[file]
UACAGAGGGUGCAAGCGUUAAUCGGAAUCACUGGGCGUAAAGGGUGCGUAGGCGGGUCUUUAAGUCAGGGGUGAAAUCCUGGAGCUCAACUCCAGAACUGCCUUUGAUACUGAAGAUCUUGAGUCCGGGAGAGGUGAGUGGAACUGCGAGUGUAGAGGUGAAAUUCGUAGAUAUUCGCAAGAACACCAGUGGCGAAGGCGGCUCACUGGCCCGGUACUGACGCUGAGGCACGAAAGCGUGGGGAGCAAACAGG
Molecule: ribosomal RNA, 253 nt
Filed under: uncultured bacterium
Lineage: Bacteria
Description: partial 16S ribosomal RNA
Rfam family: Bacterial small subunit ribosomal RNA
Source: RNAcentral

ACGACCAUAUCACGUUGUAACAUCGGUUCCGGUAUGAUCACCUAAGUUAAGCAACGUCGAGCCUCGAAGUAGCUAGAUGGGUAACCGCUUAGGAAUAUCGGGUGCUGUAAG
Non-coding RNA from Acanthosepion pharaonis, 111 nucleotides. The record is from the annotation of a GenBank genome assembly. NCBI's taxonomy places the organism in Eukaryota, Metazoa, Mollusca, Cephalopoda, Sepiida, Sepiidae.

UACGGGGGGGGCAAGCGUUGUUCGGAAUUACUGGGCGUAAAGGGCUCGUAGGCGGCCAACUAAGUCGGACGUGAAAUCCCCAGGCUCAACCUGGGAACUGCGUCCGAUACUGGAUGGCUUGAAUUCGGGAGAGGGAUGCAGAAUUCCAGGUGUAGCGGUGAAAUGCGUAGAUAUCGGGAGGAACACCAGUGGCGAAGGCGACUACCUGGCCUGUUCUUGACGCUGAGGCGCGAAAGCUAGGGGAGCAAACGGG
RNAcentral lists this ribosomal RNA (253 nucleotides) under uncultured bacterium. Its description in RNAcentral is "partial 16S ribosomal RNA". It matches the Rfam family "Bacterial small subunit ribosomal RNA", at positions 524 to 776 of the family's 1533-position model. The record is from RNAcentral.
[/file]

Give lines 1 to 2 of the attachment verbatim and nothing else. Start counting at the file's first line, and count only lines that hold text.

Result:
UACAGAGGGUGCAAGCGUUAAUCGGAAUCACUGGGCGUAAAGGGUGCGUAGGCGGGUCUUUAAGUCAGGGGUGAAAUCCUGGAGCUCAACUCCAGAACUGCCUUUGAUACUGAAGAUCUUGAGUCCGGGAGAGGUGAGUGGAACUGCGAGUGUAGAGGUGAAAUUCGUAGAUAUUCGCAAGAACACCAGUGGCGAAGGCGGCUCACUGGCCCGGUACUGACGCUGAGGCACGAAAGCGUGGGGAGCAAACAGG
Molecule: ribosomal RNA, 253 nt